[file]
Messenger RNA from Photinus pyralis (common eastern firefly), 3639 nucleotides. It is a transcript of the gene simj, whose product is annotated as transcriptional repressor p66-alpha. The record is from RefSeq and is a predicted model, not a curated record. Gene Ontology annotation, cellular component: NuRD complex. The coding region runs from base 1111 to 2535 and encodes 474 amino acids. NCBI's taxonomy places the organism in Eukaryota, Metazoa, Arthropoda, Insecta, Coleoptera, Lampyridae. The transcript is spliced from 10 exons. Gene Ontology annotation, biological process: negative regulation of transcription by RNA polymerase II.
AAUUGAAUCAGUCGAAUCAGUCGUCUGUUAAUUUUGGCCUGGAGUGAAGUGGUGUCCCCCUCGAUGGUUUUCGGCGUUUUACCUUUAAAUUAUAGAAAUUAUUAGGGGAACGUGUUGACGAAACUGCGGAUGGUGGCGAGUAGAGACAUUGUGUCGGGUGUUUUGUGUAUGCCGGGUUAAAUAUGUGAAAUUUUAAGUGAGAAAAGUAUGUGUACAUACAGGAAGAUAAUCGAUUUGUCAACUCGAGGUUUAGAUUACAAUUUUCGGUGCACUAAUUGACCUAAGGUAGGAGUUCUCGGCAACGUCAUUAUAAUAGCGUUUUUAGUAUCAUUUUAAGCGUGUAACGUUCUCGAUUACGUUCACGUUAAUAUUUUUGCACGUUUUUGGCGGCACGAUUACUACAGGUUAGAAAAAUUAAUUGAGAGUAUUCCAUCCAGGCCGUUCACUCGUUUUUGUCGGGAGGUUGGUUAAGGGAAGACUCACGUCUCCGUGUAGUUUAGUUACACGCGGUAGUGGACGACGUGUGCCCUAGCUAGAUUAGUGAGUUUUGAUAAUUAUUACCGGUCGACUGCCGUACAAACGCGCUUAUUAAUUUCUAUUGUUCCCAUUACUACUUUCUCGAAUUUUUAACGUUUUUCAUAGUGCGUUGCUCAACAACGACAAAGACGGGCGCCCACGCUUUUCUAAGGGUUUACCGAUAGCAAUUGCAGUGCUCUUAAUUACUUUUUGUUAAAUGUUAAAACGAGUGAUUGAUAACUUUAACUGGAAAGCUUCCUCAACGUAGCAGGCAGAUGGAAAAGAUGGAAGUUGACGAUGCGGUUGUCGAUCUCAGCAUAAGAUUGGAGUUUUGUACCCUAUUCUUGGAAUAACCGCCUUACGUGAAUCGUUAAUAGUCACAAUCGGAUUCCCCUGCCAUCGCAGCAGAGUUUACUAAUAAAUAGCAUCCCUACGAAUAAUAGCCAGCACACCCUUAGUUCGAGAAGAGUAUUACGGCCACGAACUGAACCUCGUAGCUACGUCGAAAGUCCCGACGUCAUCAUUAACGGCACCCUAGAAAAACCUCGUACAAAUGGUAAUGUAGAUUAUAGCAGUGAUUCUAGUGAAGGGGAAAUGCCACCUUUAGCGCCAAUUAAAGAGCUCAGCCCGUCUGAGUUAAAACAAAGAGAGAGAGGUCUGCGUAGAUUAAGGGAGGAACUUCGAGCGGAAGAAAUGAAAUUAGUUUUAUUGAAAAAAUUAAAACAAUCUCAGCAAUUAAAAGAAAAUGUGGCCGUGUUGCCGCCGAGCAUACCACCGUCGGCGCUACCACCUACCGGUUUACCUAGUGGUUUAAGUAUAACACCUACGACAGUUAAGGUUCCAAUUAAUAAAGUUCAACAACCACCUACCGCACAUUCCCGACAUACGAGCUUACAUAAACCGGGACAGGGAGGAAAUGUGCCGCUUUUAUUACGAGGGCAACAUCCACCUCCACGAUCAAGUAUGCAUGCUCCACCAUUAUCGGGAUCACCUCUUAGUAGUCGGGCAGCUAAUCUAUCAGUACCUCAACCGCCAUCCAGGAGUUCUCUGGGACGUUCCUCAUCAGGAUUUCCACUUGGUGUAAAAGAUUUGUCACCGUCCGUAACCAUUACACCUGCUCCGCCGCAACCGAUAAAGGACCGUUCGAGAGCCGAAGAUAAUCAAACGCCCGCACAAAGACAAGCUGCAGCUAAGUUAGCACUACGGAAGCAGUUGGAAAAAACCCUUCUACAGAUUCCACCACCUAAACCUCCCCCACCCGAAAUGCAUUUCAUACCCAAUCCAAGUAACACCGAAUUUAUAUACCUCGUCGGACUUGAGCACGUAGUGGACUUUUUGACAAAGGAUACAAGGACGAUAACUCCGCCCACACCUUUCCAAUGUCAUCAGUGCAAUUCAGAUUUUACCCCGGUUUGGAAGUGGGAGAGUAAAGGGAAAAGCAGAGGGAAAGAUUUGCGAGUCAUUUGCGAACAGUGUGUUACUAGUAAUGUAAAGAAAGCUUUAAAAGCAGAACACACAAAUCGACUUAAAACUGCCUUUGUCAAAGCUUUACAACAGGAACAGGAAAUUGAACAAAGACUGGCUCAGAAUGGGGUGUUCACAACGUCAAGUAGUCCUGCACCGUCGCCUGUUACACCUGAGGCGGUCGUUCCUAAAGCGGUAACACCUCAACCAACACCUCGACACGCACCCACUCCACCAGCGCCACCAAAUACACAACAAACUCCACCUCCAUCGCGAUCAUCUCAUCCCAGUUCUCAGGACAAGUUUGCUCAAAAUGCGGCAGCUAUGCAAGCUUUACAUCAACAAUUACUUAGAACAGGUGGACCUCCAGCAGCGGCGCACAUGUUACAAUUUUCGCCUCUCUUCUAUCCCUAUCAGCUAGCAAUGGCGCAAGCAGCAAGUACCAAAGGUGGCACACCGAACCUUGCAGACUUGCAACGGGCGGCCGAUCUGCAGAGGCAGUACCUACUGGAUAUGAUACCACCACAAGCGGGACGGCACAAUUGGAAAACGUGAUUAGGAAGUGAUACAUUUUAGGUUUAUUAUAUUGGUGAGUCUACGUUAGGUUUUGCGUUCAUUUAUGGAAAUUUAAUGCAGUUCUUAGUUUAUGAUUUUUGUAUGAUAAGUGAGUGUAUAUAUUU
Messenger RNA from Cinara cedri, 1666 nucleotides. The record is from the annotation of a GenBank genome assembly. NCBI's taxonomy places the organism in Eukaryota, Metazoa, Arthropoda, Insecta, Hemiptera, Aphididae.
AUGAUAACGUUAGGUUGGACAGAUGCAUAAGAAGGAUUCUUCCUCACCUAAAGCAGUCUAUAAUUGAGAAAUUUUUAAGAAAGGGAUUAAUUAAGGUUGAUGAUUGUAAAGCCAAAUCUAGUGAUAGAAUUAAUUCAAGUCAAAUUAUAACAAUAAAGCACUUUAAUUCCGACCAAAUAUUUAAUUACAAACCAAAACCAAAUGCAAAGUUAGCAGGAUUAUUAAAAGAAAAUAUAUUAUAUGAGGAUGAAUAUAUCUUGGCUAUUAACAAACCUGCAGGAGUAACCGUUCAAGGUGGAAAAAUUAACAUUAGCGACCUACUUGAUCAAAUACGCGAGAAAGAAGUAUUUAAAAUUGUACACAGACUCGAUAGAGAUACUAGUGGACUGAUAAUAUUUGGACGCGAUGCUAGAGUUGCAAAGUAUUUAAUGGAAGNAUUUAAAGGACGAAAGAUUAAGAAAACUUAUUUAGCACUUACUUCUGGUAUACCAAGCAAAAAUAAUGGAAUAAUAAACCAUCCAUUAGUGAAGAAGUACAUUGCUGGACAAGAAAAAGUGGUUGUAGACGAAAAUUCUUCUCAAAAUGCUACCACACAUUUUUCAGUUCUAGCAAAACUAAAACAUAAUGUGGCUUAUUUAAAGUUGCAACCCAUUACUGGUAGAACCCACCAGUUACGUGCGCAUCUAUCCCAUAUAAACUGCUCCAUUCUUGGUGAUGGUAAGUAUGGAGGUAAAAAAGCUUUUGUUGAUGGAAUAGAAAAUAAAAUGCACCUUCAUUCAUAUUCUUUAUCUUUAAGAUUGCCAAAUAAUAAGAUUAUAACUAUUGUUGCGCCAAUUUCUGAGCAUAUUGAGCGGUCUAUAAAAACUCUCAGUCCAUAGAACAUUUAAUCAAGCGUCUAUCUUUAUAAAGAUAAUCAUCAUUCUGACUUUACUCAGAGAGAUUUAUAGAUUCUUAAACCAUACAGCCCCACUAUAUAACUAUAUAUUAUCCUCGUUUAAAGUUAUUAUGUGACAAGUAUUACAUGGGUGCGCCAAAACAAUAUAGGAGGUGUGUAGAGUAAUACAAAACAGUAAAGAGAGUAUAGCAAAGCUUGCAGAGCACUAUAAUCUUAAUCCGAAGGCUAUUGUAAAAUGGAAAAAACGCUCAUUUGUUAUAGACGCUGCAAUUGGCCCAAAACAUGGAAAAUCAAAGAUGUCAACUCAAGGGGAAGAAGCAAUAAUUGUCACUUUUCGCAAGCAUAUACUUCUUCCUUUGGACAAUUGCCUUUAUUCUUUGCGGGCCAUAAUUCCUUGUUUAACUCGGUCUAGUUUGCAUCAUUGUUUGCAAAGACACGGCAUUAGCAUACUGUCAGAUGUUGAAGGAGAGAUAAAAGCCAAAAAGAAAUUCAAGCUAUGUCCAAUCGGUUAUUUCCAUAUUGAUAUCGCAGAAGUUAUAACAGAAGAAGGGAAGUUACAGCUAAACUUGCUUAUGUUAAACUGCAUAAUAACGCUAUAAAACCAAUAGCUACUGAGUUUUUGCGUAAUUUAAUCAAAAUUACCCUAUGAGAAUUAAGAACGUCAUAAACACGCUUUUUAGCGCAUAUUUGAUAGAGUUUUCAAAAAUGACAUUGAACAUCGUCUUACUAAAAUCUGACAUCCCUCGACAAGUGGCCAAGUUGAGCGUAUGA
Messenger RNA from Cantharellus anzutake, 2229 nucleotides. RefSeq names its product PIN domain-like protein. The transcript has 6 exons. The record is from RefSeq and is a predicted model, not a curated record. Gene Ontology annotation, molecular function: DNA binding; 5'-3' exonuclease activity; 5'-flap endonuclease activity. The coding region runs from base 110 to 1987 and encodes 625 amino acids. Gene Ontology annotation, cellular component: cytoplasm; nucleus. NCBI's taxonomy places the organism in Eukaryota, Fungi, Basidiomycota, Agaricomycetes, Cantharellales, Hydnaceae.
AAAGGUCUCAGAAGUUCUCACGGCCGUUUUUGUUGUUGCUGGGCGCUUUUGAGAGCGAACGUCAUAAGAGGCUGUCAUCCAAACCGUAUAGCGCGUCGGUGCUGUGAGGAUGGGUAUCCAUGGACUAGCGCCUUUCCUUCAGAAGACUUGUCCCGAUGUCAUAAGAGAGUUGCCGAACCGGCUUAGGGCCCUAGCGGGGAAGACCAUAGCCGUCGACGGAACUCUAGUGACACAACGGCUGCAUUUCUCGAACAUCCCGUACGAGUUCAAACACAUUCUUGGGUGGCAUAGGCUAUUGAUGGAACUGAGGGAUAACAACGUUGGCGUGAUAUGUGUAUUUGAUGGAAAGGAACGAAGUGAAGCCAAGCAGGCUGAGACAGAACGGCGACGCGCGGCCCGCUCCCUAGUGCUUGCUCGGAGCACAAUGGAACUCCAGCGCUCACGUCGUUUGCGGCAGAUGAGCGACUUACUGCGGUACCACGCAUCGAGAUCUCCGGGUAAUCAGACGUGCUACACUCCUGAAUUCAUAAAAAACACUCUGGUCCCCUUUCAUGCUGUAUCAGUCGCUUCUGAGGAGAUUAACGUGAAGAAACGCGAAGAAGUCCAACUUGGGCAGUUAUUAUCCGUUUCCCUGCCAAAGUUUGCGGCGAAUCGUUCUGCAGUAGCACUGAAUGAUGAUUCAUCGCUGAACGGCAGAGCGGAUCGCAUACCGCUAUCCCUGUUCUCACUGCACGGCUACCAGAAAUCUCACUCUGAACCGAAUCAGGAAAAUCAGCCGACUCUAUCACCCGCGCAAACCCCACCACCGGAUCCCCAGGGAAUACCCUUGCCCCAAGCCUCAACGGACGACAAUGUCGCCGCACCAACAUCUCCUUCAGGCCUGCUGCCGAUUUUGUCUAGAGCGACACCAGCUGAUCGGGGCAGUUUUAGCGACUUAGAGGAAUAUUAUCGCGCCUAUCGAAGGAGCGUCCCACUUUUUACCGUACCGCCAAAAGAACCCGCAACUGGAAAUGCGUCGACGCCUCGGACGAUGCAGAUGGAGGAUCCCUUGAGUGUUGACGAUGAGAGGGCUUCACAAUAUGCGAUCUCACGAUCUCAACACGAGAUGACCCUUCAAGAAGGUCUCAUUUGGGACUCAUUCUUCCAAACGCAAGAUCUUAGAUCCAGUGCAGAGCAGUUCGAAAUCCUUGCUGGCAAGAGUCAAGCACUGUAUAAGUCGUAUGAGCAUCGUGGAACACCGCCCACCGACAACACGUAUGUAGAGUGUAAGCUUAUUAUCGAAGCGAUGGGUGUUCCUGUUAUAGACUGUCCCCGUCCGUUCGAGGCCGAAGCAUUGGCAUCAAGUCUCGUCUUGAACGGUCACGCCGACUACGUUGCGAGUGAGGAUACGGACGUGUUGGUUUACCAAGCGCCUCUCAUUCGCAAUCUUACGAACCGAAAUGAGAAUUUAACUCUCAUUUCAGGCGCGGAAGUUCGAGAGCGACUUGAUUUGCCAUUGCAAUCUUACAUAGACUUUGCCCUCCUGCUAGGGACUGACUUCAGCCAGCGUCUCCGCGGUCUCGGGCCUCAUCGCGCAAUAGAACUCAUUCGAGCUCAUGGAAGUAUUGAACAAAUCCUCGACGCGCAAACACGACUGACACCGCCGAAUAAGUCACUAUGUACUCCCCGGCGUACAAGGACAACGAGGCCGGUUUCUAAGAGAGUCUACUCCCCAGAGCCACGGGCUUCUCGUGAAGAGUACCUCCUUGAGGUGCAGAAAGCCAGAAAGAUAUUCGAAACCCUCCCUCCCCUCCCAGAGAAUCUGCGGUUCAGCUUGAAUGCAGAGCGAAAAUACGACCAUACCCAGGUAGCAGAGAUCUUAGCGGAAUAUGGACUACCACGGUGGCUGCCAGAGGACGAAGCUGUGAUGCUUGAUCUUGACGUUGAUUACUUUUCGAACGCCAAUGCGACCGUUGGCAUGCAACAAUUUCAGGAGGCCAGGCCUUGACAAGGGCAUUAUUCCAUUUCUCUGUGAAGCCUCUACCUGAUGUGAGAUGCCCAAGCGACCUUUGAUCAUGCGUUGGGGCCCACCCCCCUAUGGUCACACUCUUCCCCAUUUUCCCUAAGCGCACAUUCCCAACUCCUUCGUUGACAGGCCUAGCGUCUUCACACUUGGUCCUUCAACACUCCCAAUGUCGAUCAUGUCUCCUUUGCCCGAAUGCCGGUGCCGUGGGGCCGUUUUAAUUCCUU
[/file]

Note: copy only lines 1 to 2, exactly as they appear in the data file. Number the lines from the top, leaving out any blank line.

Messenger RNA from Photinus pyralis (common eastern firefly), 3639 nucleotides. It is a transcript of the gene simj, whose product is annotated as transcriptional repressor p66-alpha. The record is from RefSeq and is a predicted model, not a curated record. Gene Ontology annotation, cellular component: NuRD complex. The coding region runs from base 1111 to 2535 and encodes 474 amino acids. NCBI's taxonomy places the organism in Eukaryota, Metazoa, Arthropoda, Insecta, Coleoptera, Lampyridae. The transcript is spliced from 10 exons. Gene Ontology annotation, biological process: negative regulation of transcription by RNA polymerase II.
AAUUGAAUCAGUCGAAUCAGUCGUCUGUUAAUUUUGGCCUGGAGUGAAGUGGUGUCCCCCUCGAUGGUUUUCGGCGUUUUACCUUUAAAUUAUAGAAAUUAUUAGGGGAACGUGUUGACGAAACUGCGGAUGGUGGCGAGUAGAGACAUUGUGUCGGGUGUUUUGUGUAUGCCGGGUUAAAUAUGUGAAAUUUUAAGUGAGAAAAGUAUGUGUACAUACAGGAAGAUAAUCGAUUUGUCAACUCGAGGUUUAGAUUACAAUUUUCGGUGCACUAAUUGACCUAAGGUAGGAGUUCUCGGCAACGUCAUUAUAAUAGCGUUUUUAGUAUCAUUUUAAGCGUGUAACGUUCUCGAUUACGUUCACGUUAAUAUUUUUGCACGUUUUUGGCGGCACGAUUACUACAGGUUAGAAAAAUUAAUUGAGAGUAUUCCAUCCAGGCCGUUCACUCGUUUUUGUCGGGAGGUUGGUUAAGGGAAGACUCACGUCUCCGUGUAGUUUAGUUACACGCGGUAGUGGACGACGUGUGCCCUAGCUAGAUUAGUGAGUUUUGAUAAUUAUUACCGGUCGACUGCCGUACAAACGCGCUUAUUAAUUUCUAUUGUUCCCAUUACUACUUUCUCGAAUUUUUAACGUUUUUCAUAGUGCGUUGCUCAACAACGACAAAGACGGGCGCCCACGCUUUUCUAAGGGUUUACCGAUAGCAAUUGCAGUGCUCUUAAUUACUUUUUGUUAAAUGUUAAAACGAGUGAUUGAUAACUUUAACUGGAAAGCUUCCUCAACGUAGCAGGCAGAUGGAAAAGAUGGAAGUUGACGAUGCGGUUGUCGAUCUCAGCAUAAGAUUGGAGUUUUGUACCCUAUUCUUGGAAUAACCGCCUUACGUGAAUCGUUAAUAGUCACAAUCGGAUUCCCCUGCCAUCGCAGCAGAGUUUACUAAUAAAUAGCAUCCCUACGAAUAAUAGCCAGCACACCCUUAGUUCGAGAAGAGUAUUACGGCCACGAACUGAACCUCGUAGCUACGUCGAAAGUCCCGACGUCAUCAUUAACGGCACCCUAGAAAAACCUCGUACAAAUGGUAAUGUAGAUUAUAGCAGUGAUUCUAGUGAAGGGGAAAUGCCACCUUUAGCGCCAAUUAAAGAGCUCAGCCCGUCUGAGUUAAAACAAAGAGAGAGAGGUCUGCGUAGAUUAAGGGAGGAACUUCGAGCGGAAGAAAUGAAAUUAGUUUUAUUGAAAAAAUUAAAACAAUCUCAGCAAUUAAAAGAAAAUGUGGCCGUGUUGCCGCCGAGCAUACCACCGUCGGCGCUACCACCUACCGGUUUACCUAGUGGUUUAAGUAUAACACCUACGACAGUUAAGGUUCCAAUUAAUAAAGUUCAACAACCACCUACCGCACAUUCCCGACAUACGAGCUUACAUAAACCGGGACAGGGAGGAAAUGUGCCGCUUUUAUUACGAGGGCAACAUCCACCUCCACGAUCAAGUAUGCAUGCUCCACCAUUAUCGGGAUCACCUCUUAGUAGUCGGGCAGCUAAUCUAUCAGUACCUCAACCGCCAUCCAGGAGUUCUCUGGGACGUUCCUCAUCAGGAUUUCCACUUGGUGUAAAAGAUUUGUCACCGUCCGUAACCAUUACACCUGCUCCGCCGCAACCGAUAAAGGACCGUUCGAGAGCCGAAGAUAAUCAAACGCCCGCACAAAGACAAGCUGCAGCUAAGUUAGCACUACGGAAGCAGUUGGAAAAAACCCUUCUACAGAUUCCACCACCUAAACCUCCCCCACCCGAAAUGCAUUUCAUACCCAAUCCAAGUAACACCGAAUUUAUAUACCUCGUCGGACUUGAGCACGUAGUGGACUUUUUGACAAAGGAUACAAGGACGAUAACUCCGCCCACACCUUUCCAAUGUCAUCAGUGCAAUUCAGAUUUUACCCCGGUUUGGAAGUGGGAGAGUAAAGGGAAAAGCAGAGGGAAAGAUUUGCGAGUCAUUUGCGAACAGUGUGUUACUAGUAAUGUAAAGAAAGCUUUAAAAGCAGAACACACAAAUCGACUUAAAACUGCCUUUGUCAAAGCUUUACAACAGGAACAGGAAAUUGAACAAAGACUGGCUCAGAAUGGGGUGUUCACAACGUCAAGUAGUCCUGCACCGUCGCCUGUUACACCUGAGGCGGUCGUUCCUAAAGCGGUAACACCUCAACCAACACCUCGACACGCACCCACUCCACCAGCGCCACCAAAUACACAACAAACUCCACCUCCAUCGCGAUCAUCUCAUCCCAGUUCUCAGGACAAGUUUGCUCAAAAUGCGGCAGCUAUGCAAGCUUUACAUCAACAAUUACUUAGAACAGGUGGACCUCCAGCAGCGGCGCACAUGUUACAAUUUUCGCCUCUCUUCUAUCCCUAUCAGCUAGCAAUGGCGCAAGCAGCAAGUACCAAAGGUGGCACACCGAACCUUGCAGACUUGCAACGGGCGGCCGAUCUGCAGAGGCAGUACCUACUGGAUAUGAUACCACCACAAGCGGGACGGCACAAUUGGAAAACGUGAUUAGGAAGUGAUACAUUUUAGGUUUAUUAUAUUGGUGAGUCUACGUUAGGUUUUGCGUUCAUUUAUGGAAAUUUAAUGCAGUUCUUAGUUUAUGAUUUUUGUAUGAUAAGUGAGUGUAUAUAUUU